Items in AFP with MESH term: Pregnancy Outcome

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Caregiver Support for Women During Childbirth: Does the Presence of a Labor-Support Person Affect Maternal-Child Outcomes? - Cochrane for Clinicians


VBAC: Protecting Patients, Defending Doctors - Editorials


Intensive Management of Gestational Diabetes - Cochrane for Clinicians


Effects of Discontinuing Epidurals in Late Labor - Cochrane for Clinicians


A Pregnant Patient with Dyspnea - Photo Quiz


Antiviral Agents for Pregnant Women with Genital Herpes - FPIN's Clinical Inquiries


Instruments for Assisted Vaginal Delivery - Cochrane for Clinicians


Effects of Exercise on Pregnancy - Editorials


Common Questions About Late-Term and Postterm Pregnancy - Article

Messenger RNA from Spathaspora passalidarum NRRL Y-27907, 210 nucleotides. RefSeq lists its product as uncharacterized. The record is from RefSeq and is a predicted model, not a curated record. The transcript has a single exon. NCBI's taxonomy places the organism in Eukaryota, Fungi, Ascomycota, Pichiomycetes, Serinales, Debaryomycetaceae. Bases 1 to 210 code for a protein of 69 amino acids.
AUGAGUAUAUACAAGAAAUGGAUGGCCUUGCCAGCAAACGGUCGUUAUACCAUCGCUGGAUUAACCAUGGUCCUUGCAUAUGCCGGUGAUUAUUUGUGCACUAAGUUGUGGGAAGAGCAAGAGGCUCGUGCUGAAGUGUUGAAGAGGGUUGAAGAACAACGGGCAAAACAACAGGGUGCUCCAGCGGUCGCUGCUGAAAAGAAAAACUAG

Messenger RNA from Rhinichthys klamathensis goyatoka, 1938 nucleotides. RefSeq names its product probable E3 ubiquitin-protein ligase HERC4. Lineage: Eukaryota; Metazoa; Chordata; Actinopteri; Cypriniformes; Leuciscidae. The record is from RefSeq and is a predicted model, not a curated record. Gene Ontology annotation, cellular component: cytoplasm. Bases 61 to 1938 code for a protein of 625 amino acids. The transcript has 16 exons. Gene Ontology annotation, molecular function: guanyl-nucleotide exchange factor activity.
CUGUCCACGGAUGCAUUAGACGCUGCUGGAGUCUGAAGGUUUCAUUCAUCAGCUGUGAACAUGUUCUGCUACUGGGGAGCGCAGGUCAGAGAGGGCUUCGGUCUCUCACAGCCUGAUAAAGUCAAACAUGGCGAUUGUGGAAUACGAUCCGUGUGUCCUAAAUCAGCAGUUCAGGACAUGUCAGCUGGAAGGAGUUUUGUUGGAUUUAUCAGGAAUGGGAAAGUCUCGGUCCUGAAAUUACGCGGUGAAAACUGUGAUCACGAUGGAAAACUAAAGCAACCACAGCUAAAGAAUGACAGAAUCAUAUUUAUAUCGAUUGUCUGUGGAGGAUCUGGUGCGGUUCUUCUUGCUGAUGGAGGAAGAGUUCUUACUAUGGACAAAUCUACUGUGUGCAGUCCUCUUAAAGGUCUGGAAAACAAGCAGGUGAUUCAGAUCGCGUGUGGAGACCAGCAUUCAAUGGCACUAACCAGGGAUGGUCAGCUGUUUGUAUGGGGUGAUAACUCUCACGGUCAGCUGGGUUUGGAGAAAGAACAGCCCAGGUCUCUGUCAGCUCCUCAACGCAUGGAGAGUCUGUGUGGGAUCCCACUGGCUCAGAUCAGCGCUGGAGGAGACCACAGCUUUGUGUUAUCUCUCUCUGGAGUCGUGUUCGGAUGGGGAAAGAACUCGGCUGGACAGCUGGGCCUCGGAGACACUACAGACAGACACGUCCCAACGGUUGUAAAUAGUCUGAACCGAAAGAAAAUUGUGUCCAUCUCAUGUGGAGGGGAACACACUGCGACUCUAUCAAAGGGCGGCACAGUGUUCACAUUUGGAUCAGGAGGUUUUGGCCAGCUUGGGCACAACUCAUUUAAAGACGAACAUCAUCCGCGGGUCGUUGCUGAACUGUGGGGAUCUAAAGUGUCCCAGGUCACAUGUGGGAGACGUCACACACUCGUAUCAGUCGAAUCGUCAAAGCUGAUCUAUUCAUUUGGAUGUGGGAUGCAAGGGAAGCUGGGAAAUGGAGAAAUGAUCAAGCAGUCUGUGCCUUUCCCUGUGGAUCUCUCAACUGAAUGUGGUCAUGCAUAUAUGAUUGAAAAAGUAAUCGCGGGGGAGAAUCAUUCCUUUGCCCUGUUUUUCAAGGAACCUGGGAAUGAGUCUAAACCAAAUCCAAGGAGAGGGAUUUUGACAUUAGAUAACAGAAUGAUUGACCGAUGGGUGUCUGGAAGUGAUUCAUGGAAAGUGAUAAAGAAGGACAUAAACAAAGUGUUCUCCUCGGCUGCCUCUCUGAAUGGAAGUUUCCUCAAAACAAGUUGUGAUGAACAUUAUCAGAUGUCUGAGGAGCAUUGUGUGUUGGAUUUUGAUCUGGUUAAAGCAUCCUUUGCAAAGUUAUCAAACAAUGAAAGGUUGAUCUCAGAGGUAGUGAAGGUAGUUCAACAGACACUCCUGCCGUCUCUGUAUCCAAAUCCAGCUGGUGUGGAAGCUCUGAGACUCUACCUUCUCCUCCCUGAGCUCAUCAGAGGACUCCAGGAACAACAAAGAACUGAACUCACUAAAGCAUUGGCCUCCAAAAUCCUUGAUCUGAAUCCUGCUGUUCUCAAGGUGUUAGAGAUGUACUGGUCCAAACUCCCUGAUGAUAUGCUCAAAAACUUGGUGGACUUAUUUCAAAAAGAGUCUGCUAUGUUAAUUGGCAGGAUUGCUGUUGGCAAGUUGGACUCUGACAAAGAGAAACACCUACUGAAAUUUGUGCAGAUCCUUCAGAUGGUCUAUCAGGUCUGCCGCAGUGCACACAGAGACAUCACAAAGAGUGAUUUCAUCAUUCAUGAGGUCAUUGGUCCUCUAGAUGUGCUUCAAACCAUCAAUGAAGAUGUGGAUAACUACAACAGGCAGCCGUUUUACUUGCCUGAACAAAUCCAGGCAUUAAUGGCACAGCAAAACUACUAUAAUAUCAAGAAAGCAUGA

ABSTRACT: Pregnancy is considered late term from 41 weeks, 0 days’ to 41 weeks, 6 days’ gestation, and postterm at 42 weeks’ gestation. Early dating of the pregnancy is important for accurately determining when a pregnancy is late- or postterm, and first-trimester ultrasonography should be performed if clinical dating is uncertain. Optimal management of a low-risk, late-term pregnancy should consider maternal preference and balance the benefits and risks of induction vs. waiting for spontaneous labor. Compared with expectant management, induction at 41 weeks’ gestation is associated with a small absolute decrease in perinatal mortality and decreases in other fetal and maternal risks without an increased risk of cesarean delivery. Although there is no clear evidence that antenatal testing beginning at 41 weeks’ gestation prevents intrauterine fetal demise, it is often performed because the risks are low. When expectant management is chosen, most experts recommend beginning twice-weekly antenatal surveillance at 41 weeks with biophysical profile or nonstress testing plus amniotic fluid index (modified biophysical profile); induction may be deferred until 42 weeks if this surveillance is reassuring.


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